Lake Placid, Florida, U.S.
What the bomber had to say challenges prevailing beliefs about the causes of terrorism. Not all extremists are motivated by poverty or desperation; the Iraqi you interviewed is the privileged son of an Iraqi businessman. Terrorists like him are fighting not just for control of their land; the U.S. occupation seems almost an afterthought. The primary motivations of the bomber you talked to are his twisted view of Islam and the heavenly reward it promises. The West cannot appease or defeat Islamist extremists by ending military occupation. Moderate Muslims must rise up and speak out against terrorist acts and the rhetoric used to indoctrinate the bombers.
Union City, California, U.S.
"Inside The Mind of an Iraqi Suicide Bomber" was chilling. I congratulate Time for gaining contact with the interviewee. Your story shed valuable light on why some zealots make the inconceivable choice to carry out horrendous acts of terrorism.
Salt Lake City, Utah, U.S.
Hard Right Turn
Iran's presidential election, which was won by the hard-line Islamic zealot Mahmoud Ahmadinejad [July 4-11], proved that Iranians are very much like Americans. When they feel threatened, they become more entrenched and belligerent. The victory of an ultraconservative militant in Iran demonstrates the bankruptcy of George W. Bush's foreign policy. It caused Iranians to reject the relatively moderate candidate and elect a leader who is hostile to the U.S. and the rest of the West.
Tarrytown, New York, U.S.
Oprah's Faux Pas
Poor Oprah! She was so peeved over not being able to shop at the Hermès store in Paris after closing hours [July 4-11] that she won't buy anything from Hermès again. Oprah says she will discuss the incident on her show. Give us a break. The shop was closed. How many of us have raced to a store just as the closed sign went up? Instead of expecting others to cater to her every whim, Oprah needs to get real and join us mere mortals.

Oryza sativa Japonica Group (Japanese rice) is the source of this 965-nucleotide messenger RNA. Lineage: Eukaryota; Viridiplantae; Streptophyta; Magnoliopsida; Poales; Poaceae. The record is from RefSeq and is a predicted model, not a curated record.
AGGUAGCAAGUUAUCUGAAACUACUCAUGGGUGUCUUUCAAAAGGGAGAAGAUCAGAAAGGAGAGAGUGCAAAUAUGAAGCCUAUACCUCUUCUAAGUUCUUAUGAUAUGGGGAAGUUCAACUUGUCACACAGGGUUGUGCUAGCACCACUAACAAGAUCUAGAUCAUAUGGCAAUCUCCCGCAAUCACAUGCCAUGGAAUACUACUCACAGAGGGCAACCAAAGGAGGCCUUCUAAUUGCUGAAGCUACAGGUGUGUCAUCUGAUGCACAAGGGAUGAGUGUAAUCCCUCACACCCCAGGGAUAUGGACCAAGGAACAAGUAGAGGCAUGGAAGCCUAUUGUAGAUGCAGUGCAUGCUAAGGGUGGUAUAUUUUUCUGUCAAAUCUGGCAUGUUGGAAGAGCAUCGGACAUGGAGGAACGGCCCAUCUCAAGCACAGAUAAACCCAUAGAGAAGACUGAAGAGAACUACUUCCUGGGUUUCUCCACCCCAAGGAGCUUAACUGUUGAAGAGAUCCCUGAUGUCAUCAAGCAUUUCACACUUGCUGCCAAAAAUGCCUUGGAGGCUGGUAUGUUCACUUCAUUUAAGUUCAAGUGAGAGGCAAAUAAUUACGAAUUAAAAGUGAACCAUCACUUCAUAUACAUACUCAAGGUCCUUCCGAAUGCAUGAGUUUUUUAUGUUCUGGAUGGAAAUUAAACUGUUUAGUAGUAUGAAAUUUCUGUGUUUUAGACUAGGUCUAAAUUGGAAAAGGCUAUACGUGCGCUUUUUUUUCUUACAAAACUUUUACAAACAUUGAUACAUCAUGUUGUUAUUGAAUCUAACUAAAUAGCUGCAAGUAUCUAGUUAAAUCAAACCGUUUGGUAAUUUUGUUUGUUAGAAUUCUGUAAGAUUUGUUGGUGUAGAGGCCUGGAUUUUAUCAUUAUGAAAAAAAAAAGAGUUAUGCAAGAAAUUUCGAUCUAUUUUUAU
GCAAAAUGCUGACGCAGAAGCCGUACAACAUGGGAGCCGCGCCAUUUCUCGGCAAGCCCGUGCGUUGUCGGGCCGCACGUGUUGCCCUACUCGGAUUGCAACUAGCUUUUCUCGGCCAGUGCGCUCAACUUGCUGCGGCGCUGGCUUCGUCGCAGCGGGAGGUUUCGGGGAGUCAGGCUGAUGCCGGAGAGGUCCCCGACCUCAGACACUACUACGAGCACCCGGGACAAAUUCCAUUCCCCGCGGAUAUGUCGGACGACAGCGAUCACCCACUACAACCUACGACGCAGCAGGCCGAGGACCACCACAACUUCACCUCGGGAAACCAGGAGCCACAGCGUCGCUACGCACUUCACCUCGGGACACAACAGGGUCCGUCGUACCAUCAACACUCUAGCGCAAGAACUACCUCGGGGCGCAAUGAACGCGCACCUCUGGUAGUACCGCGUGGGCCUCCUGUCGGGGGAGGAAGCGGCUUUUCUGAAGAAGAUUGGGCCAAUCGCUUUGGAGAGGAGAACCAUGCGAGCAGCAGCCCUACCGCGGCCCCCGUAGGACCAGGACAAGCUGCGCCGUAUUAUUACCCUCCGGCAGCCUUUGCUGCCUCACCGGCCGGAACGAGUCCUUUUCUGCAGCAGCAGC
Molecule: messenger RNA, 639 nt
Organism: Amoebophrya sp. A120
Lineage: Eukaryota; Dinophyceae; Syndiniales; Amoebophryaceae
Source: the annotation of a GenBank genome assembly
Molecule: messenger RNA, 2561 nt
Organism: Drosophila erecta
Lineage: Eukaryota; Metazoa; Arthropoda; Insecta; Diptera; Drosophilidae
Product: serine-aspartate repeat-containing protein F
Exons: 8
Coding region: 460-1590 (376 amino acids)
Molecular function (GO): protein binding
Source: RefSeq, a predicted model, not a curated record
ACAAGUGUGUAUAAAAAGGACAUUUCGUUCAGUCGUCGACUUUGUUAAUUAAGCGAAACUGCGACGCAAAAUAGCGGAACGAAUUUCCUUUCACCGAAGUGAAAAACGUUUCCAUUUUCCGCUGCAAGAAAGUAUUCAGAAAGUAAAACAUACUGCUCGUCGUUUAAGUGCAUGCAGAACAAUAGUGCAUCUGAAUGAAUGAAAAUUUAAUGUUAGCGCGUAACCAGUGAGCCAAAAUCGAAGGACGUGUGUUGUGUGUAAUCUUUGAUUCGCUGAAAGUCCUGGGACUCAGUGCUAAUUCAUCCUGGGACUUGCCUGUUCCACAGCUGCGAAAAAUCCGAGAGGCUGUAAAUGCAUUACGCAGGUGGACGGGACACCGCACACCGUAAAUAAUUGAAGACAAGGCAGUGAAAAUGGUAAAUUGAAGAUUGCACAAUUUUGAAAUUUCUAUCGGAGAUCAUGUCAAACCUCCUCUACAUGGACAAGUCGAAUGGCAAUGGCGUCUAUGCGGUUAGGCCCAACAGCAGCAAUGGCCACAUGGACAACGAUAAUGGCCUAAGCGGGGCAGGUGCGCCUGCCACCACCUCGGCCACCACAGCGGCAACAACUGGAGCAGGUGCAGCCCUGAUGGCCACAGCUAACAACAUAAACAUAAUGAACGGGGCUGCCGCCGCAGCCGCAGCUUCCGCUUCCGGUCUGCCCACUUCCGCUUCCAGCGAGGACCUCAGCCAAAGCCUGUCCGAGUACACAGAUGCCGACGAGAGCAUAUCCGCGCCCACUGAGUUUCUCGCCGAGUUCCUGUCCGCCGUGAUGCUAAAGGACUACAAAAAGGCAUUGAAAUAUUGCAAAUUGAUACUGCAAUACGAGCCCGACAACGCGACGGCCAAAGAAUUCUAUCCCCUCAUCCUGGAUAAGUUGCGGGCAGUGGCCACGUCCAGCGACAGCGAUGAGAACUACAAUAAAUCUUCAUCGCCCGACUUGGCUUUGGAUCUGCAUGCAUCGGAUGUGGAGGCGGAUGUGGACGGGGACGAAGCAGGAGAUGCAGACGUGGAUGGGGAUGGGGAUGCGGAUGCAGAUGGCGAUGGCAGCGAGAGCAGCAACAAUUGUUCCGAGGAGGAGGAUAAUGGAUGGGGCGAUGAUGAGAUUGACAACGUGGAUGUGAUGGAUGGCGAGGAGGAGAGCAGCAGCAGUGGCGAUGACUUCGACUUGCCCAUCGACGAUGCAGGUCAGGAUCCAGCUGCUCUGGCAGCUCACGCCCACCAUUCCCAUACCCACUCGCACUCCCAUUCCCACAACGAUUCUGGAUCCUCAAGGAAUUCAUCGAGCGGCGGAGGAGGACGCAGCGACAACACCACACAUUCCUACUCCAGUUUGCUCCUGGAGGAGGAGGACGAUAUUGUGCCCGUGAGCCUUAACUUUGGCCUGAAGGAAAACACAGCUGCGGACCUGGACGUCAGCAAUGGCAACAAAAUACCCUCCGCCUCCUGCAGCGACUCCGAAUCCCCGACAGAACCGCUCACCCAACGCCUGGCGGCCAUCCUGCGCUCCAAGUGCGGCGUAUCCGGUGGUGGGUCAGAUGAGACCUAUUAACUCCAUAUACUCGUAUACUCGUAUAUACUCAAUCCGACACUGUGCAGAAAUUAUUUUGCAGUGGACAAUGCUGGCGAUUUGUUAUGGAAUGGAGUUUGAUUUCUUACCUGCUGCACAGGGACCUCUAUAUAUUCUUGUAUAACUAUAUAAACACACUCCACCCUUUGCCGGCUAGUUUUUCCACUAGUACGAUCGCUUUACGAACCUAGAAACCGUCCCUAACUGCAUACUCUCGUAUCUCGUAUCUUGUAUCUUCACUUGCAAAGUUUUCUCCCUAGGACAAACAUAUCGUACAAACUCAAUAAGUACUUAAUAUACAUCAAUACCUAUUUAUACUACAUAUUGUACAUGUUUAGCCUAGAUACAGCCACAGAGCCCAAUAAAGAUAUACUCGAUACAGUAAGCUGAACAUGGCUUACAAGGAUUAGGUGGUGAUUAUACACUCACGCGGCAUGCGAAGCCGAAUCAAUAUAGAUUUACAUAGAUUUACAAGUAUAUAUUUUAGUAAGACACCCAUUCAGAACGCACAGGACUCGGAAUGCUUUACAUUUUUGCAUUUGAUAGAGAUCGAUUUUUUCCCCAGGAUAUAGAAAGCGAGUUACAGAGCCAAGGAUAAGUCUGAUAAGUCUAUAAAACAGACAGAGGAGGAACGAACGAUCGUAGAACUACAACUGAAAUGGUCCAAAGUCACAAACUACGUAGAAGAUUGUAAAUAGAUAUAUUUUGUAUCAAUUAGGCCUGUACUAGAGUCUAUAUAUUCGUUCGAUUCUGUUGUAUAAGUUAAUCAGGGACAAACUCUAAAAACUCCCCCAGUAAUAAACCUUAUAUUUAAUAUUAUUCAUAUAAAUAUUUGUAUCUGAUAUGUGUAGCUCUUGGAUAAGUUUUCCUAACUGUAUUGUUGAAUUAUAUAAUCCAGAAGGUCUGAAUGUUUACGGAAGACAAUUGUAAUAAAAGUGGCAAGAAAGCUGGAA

Patsy Ann Taylor
Winter Park, Florida, U.S.
I would have thought that Oprah, of all people, would understand that the same rules apply to her as to the average person. Isn't compassion what she's famous for? Surely she could have had someone find out the Hermès store's closing times and avoided this snub? Perhaps Tom Cruise's new penchant for strange behavior has rubbed off on her. On the other hand, with so few people able to afford an Hermès bag, I can't understand why the store would turn away a customer. Internet shopping may be the way to go.
Rocking for Relief
J.F.O. McAllister's viewpoint "they're Playing His Song" described Prime Minister Tony Blair's use of rock-star diplomacy to get across his message on aid to Africa at the G-8 summit [July 4-11]. Regardless of what political capital Blair gains by using music celebrities to call attention to Africa's poor, the essence of his message is that poverty must be eradicated. If music is the medium to rouse the Western world, so be it. Politicians aim to leave a legacy, and it's a good time for Blair to do so.
Good from the Games
Re "Why Back The Bid?" on why cities should think twice before wanting to play host to the Olympics [July 4-11]: I returned to Athens after nearly two decades abroad, and I can attest to the great improvements that the Games brought to life in this city, which was the site of the 2004 Summer Games. Hard economic figures cannot account for the can-do sense of achievement that all Greeks felt for a job that all who attended the Games agreed was extremely well done. So I cannot criticize other cities for enthusiastically wishing to act as host to future Olympics. But I can fault your magazine for failing to stress the positive impact of the Athens Games on Greeks themselves and on the image of Greece worldwide.
The stories on "China's New Revolution" [June 27] offered a unique perspective on my country's political and social changes. "Small World, Big Stakes" made the point that instead of politicians and scholars, the most important figures for China's future and its relationship with the U.S. are people like the textile worker you highlighted, Liu Li. Today ordinary people like Liu do not fear uncertainty or economic and social instability. These very uncertainties have created opportunities for China's Lius to escape from their humble social and economic background and realize their hopes. There is a degree of freedom of speech here today via the Internet. The people who fearlessly speak out online include new property owners as well as those who haven't yet joined the ranks of this class. Those Chinese want the government to hear their voices and act to promote a democratic system that will protect their property rights.